First Republic Bank debt downgraded to ‘junk’ status by S&P Global Ratings

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First Republic Bank absorbed debt rating downgrades from two bond rating firms Wednesday, as concerns mounted it will suffer further deposit flight that will hurt its already modest profitability.

S&P Global Ratings downgraded its issuer credit rating on First Republic Bank by four notches to BB-plus from A-minus, placing it in speculative grade, or ‘junk,’ status, in a move that came just hours after it put the bank’s debt on review.

Fitch Ratings cut the bank’s long-term issuer default rating to ‘BB’ from ‘A-minus, while Moody’s on Monday placed the company on review for a potential downgrade.

First Republic FRC, -21.37% stock fell 21.4% to end trading at $31.16, a new 11-year low. The stock price dropped below the $31.21 hit during the big bank selloff on Monday. The bank did not respond to a request for a comment on the ratings actions.

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“We believe the risk of deposit outflows is elevated at First Republic Bank despite the actions of federal banking regulators and the bank actively increasing its borrowing availability to mitigate risk associated with the bank failures over the last week,” S&P said in a statement.

Banking analyst Richard Bove of Odeon Capital said the First Republic downgrades are “pretty shocking” to the company because they’ll raise borrowing costs and raise questions about the health of the business.

But Bove said the company’s line of credit with JPMorgan Chase & Co. JPM, -4.72% and a watchful eye from federal banking regulators will keep the bank healthy.

“Is the company in deep trouble? No,” Bove said. “I don’t think the U.S. government will let it go.”

However, the bank does have some weaknesses such as a large number of investments in mortgage-backed securities with a fixed yield, while its cost of holding deposits is increasing, he said.

The Federal Reserve’s liquidity measures announced Sunday, including the creation of the Bank Term Funding Program and an easing of terms offered through the discount window, are a positive, said S&P. The program offers loans of up to one year to banks that pledge eligible securities.

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“Still, if deposit outflows continue, we expect First Republic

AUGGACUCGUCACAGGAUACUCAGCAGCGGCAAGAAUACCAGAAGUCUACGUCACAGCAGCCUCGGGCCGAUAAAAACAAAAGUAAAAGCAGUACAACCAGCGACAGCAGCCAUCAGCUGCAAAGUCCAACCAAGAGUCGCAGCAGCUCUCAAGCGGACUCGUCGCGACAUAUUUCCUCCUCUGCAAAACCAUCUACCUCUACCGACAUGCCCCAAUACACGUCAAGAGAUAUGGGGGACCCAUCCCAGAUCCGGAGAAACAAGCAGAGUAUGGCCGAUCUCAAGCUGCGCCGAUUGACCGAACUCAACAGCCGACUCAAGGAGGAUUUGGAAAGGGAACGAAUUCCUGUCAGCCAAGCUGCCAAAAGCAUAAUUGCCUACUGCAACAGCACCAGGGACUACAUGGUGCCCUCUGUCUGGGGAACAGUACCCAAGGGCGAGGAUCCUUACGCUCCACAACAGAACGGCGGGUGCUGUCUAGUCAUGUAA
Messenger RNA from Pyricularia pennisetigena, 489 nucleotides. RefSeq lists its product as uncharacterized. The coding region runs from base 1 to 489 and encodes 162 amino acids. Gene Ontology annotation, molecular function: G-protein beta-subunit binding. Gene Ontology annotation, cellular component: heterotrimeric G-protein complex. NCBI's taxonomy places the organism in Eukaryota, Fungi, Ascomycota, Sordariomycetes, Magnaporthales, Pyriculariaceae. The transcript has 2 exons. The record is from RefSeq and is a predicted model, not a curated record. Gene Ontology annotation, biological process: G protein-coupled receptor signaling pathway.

would need to rely on its more costly wholesale borrowings. This would encumber its balance sheet and hurt its modest profitability,” said S&P.

First Republic’s deposit base is more concentrated than most large U.S. regional banks, said the agency, and that presents heightened funding risks in the current environment. As of Dec. 31, the bank had about $176.4 billion in deposits, 63% of which were commercial.

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“We believe the portion above the Federal Deposit Insurance Corp. insurance limit of $250,000–about 68% of the total, or $119.5 billion–is most susceptible to withdrawal, despite the bank’s historically excellent depositor loyalty,” said the agency. “According to the bank, its number of deposit accounts is about one-fifth that of the average U.S. bank with $100 billion to $250 billion in assets, which highlights its higher-than-average account sizes.”

First Republic said over the weekend it has more than $70 billion in contingent borrowing availability to meet liquidity needs, consisting of borrowing capacity from the Fed, and the financing from JP Morgan. But S&P expects it will use wholesale funding to address near-term liquidity pressures, encumbering its balance sheet.

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“Funding metrics could weaken relative to peers, and we expect the
ratio of loans to deposits–already high at 95% as of year-end 2022–may rise above 100%,” said the S&P statement.

And that’s not all. Earnings pressure will likely intensify, as reliance on wholesale borrowings are more expensive than deposits. The bank makes more of its profit from net interest income than fee income and its net interest margin already shrank in the fourth quarter by 26 basis points from the prior quarter. Fourth-quarter return on average assets was just 0.74% and return on equity was just 10.1%.

“Lastly, we think First Republic’s business position is weaker following the events of the past week,” said the S&P statement. ‘”We believe the bank’s business position will suffer after the volatile swings in its stock price and heightened media attention surrounding deposit volatility. We think its business stability has weakened as market perceptions of its creditworthiness have declined.”

Typically a downgrade of one notch equates to roughly 25 basis points of additional borrowing costs for a company.

However, a four-notch downgrade signals greater potential problems for a company and could result in more stringent loan requirements such as giving up equity in the business to a lender, according to one debt analyst who asked to be unnamed.

In a research note published Monday, Bove said Canada’s RBC may re-approach First Republic about a merger deal. In the past, RBC has been rejected by First Republic.

“RBC will pursue its desire to buy First Republic, once again,” Bove said in the research note. “It is not unrealistic to assume that First Republic may now listen. “

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This article was originally published by Marketwatch.com. Read the original article here.

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